Tuesday, November 20, 2012

Vietnam vet offers advice for someone stuck in mental jungle

My sister Sarah and I stopped by the Sugarloaf Craft Festival in Montgomery County, Md. with the girls over the weekend. While I was there, I got to talking to Rip Bodman a serigraph artist whose work caught my eye. 

I'm not sure how we got on the topic, but Rip (great name, right?) mentioned he'd been in the service and spent 18 months in the jungles in Vietnam. He talked about how it took him 20 years to heal from the mental wounds he received from that year and a half in infantry. He still gets nightmares -- although he said they've changed over time. 

I told him I knew someone who was trying to survive life at home after a tour in Afghanistan. He offered a lot of advice or thoughts or what have you. A few things stuck out to me and gave me some clarity on my friend.

He said my friend will never be a civilian. 

He said this person should look at life through small rearview mirrors. I asked what he meant by that. Focus on that big windshield, he said, not on what's behind you. We could probably all use that advice -- and I love the metaphor.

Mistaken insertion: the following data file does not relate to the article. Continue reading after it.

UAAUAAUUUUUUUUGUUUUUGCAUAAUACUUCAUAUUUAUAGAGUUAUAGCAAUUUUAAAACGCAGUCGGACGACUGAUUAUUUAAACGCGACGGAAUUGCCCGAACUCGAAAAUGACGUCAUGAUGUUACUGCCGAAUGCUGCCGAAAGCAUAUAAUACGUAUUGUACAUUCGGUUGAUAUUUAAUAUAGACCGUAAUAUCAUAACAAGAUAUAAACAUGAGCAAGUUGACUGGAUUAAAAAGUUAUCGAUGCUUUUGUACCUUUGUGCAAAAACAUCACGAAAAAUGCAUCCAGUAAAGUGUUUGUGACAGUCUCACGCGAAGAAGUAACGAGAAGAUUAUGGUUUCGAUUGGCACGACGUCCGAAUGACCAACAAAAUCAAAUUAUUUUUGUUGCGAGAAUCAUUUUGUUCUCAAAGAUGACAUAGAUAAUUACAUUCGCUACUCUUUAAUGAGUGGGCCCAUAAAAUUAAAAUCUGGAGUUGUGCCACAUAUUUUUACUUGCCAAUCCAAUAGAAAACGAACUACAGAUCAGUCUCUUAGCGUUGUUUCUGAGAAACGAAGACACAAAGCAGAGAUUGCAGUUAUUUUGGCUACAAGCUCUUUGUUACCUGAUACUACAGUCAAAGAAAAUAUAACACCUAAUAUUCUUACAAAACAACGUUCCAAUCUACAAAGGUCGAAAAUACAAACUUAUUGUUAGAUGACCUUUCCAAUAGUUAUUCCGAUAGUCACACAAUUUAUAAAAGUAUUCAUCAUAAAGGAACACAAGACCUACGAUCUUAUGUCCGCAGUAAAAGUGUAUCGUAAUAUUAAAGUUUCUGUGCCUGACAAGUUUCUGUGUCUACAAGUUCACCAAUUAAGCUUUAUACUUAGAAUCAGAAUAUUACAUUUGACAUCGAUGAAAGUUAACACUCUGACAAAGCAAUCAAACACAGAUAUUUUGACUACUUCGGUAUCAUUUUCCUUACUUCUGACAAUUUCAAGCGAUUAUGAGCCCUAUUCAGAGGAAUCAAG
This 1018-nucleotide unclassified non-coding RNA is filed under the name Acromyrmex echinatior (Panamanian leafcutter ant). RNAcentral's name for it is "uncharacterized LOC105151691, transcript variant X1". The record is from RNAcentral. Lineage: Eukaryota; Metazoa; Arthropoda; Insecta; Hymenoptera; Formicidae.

Almost as much as the next one he told me.

He also said my friend would be OK as long as he kept the taproot alive. I asked what he meant by that. You can take away all the leaves, the stems and branches -- cut yourself back to nothing, he said, but as long as you have the taproot in tact, you'll survive and grow.

Those of you who know me might know I have a small obsession with trees -- both aesthetically and how they symbolize strength, connectedness, longevity, wisdom. Years ago I even wrote about a tree I found growing in a park nearby and the Novel has trees at its center.

And now they'll be a taproot, too. 

Before parting ways Rip handed me a couple pins:

The one on the left he said is the symbol a majority of the world is familiar with. The one on the right is for my friend. Rip said it could take at least 10 years to grow. 

I can't imagine 10 or 20 years of waiting for the chance to breathe. But then -- if you're in the middle of the battle maybe the prospect of an end in sight -- even if it is a decade away -- will give you a reason to keep fighting. I hope so.

Artists are such a generous bunch with their inspiration.

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